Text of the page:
Mark Nashpitz and Boris Tsitlionok, the Moscow activists who each were sentenced last March to five years exile after demonstrating last February near the Kremlin, have been sent to Siberia, it was reported today by the Student Struggle for Soviet Jewry. Nashpitz, 27, was sent to Chita near the Chinese border, Tsitlionok, 31, was sent to Krasnoyarsk.
The SSSJ also reported that Leningrad activist Lev Zhigun, a nuclear physicist, has been threatened with trial under an unpublished edict of Dec, 25, 1972, banning activities “against state interests.” A SSSJ spokesman said he feared that this edict, used recently in Odessa against Lev Roitbard and in Tbilisi against the Goldstein brothers, “will now be used against Jews in many Soviet cities who seek to leave.”
In another development, the National Conference on Soviet Jewry reported today that Igor Abramovich, a Moscow “refusnik,” was arrested in his home and taken to the militia where he was threatened with charges of parasitism. Abramovich, a radio engineer, who has been trying to emigrate to Israel for almost two years, was told that he would be given a job as a truck loader and that if he refused, he would be tried and sentenced to one year in exile.
Stanley H. Lowell, NCSJ chairman, said that there seems to be a stepped-up trend toward picking up selected “refusniks” and threatening them with charges of parasitism, while at the same time offering them work which is out of their field.
DEMONSTRATION AGAINST PERSECUTION
Meanwhile, scores of protesters–including an actress with Israel’s Habima Theater–staged a demonstration last night at the Bijou Theater in New York to denounce the Soviet Union’s “stepped-up campaign of persecution against Soviet Jews.” The demonstration, coordinated by the Greater New York Conference on Soviet Jewry, took place on the final day of the Soviet Film Festival at the Bijou. The film shown yesterday was “Crime and Punishment.”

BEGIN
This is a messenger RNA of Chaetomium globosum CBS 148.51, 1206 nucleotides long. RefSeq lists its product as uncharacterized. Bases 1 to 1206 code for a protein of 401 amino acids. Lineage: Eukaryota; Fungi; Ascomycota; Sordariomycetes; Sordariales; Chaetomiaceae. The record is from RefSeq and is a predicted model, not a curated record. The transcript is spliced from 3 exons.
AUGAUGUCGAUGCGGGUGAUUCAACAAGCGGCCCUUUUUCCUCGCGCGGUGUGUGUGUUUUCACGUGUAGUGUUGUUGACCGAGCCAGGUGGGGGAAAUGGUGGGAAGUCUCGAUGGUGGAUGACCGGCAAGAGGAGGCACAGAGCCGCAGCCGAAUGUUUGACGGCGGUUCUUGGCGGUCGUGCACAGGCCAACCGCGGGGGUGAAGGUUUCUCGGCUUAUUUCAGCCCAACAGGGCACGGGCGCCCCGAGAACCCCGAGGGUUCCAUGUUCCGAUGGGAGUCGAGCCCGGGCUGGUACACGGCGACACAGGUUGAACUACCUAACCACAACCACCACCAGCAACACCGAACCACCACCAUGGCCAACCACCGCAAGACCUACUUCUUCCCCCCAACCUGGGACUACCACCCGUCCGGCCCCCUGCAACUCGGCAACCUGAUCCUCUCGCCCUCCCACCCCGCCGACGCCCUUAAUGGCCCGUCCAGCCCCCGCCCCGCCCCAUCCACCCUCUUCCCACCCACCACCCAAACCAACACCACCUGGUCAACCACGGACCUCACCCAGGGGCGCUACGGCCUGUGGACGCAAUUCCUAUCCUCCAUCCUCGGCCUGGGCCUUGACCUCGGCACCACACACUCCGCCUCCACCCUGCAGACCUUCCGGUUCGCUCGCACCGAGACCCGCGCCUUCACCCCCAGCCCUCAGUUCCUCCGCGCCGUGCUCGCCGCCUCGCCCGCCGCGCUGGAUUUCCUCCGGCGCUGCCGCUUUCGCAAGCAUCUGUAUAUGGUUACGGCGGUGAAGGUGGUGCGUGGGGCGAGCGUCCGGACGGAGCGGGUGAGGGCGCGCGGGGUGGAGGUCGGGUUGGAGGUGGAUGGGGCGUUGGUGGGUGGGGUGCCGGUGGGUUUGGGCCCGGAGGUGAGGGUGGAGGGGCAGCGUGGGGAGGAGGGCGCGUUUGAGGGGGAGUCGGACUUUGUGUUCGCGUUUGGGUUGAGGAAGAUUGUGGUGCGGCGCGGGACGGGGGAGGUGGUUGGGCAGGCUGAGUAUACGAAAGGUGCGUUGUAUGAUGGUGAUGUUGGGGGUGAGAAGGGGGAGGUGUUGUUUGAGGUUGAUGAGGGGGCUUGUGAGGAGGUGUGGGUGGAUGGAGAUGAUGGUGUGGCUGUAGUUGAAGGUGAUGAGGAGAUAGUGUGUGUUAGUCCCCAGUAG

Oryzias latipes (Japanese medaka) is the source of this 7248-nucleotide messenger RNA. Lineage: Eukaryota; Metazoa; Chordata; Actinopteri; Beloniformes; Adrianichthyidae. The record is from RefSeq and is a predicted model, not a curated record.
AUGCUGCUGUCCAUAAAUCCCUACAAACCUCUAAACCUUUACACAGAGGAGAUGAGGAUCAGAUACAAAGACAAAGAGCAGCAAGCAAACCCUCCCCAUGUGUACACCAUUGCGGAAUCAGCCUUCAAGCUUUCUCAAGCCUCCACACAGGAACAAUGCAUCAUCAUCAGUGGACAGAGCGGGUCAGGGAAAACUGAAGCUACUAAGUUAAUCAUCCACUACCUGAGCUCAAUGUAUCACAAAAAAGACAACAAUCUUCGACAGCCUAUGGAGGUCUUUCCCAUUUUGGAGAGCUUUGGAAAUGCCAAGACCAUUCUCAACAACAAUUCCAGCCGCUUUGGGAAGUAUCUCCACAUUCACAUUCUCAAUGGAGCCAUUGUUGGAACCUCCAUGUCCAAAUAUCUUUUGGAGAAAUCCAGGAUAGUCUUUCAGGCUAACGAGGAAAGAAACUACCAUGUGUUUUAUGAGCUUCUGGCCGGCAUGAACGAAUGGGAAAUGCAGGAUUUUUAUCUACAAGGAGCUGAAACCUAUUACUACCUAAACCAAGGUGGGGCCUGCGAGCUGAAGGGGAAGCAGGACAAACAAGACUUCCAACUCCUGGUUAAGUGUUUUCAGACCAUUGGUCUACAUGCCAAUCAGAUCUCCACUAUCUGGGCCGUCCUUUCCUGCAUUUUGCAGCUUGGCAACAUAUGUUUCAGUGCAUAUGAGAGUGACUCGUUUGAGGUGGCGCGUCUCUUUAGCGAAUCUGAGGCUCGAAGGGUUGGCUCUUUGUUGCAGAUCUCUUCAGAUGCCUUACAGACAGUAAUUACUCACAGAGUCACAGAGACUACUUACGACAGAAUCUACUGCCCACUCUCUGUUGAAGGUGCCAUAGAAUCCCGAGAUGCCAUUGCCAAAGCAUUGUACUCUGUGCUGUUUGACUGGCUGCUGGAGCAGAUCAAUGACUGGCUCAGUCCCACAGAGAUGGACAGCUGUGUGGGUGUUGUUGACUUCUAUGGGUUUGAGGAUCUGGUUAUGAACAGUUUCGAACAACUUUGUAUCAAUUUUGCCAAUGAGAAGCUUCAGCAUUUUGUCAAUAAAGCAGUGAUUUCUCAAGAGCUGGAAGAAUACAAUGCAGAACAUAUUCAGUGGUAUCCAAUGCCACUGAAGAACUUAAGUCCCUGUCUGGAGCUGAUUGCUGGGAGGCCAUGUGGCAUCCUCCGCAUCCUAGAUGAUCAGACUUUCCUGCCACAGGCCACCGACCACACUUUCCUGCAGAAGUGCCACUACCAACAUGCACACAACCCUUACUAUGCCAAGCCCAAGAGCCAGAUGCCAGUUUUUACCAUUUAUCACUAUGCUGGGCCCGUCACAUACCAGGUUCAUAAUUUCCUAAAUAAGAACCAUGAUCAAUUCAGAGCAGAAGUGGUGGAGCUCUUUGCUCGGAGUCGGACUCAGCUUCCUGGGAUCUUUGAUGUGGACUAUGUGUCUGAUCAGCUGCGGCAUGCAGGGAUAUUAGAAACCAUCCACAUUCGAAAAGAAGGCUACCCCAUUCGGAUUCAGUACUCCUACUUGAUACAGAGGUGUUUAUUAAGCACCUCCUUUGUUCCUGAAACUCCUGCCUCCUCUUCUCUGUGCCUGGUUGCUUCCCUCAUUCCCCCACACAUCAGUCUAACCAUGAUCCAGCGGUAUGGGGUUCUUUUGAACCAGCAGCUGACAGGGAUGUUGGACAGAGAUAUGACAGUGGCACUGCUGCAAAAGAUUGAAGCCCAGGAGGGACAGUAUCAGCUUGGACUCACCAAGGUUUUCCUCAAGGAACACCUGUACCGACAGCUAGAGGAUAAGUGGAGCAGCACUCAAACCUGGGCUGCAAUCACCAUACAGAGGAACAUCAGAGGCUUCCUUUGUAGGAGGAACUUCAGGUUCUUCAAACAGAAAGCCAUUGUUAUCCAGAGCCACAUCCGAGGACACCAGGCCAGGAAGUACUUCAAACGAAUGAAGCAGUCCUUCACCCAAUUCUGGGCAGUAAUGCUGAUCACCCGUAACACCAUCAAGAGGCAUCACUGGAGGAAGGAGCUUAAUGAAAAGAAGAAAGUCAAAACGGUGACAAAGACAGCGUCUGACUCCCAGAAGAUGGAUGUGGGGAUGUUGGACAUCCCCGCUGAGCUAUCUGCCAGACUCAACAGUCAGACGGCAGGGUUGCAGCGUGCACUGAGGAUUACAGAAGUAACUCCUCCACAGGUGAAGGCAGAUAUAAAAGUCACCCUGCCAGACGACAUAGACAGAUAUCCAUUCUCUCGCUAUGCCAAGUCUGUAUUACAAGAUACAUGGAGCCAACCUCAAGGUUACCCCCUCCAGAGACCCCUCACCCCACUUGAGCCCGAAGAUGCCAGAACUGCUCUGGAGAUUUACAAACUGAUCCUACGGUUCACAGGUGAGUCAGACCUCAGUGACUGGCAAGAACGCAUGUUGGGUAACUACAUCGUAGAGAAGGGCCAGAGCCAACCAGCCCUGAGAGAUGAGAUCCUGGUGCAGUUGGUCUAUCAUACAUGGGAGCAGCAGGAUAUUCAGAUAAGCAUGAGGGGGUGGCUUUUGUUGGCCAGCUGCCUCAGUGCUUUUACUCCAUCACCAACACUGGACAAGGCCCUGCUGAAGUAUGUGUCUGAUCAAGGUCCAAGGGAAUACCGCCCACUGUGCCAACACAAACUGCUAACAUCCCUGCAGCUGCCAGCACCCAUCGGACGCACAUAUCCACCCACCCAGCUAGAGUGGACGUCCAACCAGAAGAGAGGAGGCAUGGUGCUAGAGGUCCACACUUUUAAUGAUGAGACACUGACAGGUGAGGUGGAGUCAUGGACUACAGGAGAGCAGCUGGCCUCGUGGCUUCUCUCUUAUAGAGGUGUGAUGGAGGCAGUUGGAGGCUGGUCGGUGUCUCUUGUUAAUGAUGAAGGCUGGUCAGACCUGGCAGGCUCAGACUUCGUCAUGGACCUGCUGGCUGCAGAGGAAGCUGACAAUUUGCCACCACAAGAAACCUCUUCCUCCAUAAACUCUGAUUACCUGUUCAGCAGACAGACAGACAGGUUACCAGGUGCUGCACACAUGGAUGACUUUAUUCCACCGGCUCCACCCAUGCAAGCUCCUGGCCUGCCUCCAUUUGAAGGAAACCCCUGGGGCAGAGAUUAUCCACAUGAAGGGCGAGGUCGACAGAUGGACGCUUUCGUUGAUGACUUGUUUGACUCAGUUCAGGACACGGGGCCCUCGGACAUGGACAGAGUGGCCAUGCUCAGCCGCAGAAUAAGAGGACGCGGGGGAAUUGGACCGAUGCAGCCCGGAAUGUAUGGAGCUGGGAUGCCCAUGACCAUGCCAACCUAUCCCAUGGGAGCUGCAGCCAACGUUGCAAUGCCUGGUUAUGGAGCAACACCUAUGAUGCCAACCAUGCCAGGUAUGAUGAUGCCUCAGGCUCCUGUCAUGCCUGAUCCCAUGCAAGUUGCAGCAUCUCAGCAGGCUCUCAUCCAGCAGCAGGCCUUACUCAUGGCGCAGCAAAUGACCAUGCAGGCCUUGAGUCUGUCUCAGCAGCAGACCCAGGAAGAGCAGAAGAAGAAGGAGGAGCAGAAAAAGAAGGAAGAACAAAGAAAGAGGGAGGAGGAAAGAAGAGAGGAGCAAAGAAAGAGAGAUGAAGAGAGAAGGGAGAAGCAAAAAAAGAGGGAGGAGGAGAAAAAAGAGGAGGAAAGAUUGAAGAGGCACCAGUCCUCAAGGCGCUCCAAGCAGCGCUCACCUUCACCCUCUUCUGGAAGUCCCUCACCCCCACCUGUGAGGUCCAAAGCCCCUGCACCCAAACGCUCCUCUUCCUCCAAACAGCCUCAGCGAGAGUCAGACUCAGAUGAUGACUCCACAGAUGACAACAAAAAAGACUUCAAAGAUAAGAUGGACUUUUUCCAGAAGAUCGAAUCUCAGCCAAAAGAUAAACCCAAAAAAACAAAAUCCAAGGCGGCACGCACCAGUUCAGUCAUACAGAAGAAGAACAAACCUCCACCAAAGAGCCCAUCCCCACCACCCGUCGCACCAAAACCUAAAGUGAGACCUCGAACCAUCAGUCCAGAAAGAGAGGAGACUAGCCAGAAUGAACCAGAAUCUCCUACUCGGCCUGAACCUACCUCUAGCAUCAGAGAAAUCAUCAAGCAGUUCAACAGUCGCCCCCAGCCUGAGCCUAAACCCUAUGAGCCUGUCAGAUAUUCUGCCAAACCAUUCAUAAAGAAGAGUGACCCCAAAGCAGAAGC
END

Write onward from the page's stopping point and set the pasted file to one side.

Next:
The protesters included members of constituent agencies of the Greater New York Conference, including the Oceanfront Council on Soviet Jewry. The actress who took part is Dina Roitkop-Podriachik. She and her husband, Eliezer, were permitted to emigrate from the Soviet Union to Israel in 1971, but were forced to leave their son Uri, 26, behind, Uri is still in Riga, where the family had lived for more than 30 years. He has been repeatedly denied a visa and has been subjected to severe harassment. His mother is in the U.S. to call attention here to the plight of her son, as well as that of the vast numbers of Soviet Jews who want to emigrate from the USSR.
Malcolm Hoenlein, GNYCSJ executive director, said that “it is quite fitting that the demonstration was held during the showing of ‘Crime and Punishment.'” He said “crime and punishment are the watchwords as far as the Soviets’ attitude toward Jews is concerned.”
The Archive of the Jewish Telegraphic Agency includes articles published from 1923 to 2008. Archive stories reflect the journalistic standards and practices of the time they were published.